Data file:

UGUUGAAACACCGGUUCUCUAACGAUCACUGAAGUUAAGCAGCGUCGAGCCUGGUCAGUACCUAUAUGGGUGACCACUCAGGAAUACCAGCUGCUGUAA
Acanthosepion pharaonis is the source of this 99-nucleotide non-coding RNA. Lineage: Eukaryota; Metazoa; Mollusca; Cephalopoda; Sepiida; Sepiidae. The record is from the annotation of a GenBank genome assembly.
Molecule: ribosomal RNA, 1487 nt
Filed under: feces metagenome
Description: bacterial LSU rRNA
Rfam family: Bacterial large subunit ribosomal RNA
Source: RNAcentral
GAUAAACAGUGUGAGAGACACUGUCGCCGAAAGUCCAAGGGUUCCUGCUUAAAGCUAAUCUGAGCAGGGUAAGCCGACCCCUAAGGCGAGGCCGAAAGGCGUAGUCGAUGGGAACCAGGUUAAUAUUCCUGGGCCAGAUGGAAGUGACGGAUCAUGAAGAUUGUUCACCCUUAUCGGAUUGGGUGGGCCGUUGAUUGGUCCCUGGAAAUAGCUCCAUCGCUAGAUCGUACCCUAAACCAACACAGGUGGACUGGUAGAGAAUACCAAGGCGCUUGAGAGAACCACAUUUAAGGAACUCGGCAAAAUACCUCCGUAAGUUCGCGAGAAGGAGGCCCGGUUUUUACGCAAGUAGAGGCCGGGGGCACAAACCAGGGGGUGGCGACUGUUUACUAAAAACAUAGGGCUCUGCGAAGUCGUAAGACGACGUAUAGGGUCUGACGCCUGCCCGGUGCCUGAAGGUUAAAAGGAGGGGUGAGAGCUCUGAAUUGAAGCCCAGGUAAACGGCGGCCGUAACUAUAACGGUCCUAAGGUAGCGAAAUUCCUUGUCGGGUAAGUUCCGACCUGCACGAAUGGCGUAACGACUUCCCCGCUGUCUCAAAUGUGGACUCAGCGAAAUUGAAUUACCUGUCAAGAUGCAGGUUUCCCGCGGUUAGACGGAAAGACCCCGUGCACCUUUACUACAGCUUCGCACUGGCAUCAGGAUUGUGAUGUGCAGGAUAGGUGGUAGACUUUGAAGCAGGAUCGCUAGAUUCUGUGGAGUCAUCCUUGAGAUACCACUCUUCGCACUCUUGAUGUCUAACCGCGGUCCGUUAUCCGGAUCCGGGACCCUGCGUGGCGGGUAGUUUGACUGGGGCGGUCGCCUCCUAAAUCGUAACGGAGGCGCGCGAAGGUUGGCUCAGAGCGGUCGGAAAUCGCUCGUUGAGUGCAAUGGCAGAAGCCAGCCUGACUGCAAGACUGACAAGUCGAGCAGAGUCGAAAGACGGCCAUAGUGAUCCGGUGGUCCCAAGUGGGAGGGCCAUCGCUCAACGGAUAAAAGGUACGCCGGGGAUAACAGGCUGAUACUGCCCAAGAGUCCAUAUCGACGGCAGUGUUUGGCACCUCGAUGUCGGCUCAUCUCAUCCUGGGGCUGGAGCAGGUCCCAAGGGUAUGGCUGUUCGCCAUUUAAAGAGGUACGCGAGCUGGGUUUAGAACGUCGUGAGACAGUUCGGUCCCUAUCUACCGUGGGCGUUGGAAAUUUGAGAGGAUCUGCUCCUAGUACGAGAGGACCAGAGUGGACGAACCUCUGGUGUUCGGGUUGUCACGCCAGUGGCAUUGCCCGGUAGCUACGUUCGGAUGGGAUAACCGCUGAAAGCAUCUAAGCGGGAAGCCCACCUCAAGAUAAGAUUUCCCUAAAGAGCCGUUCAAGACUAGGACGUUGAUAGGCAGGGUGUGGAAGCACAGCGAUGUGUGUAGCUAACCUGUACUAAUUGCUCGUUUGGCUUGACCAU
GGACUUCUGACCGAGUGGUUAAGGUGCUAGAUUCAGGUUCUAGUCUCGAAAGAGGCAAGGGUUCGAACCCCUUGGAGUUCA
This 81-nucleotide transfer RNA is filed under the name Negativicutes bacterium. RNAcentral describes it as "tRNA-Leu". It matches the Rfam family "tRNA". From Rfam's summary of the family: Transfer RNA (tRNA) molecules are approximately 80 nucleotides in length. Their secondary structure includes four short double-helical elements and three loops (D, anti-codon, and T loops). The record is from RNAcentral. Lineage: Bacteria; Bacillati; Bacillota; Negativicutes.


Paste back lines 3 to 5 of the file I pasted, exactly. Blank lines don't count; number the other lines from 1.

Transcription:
Molecule: ribosomal RNA, 1487 nt
Filed under: feces metagenome
Description: bacterial LSU rRNA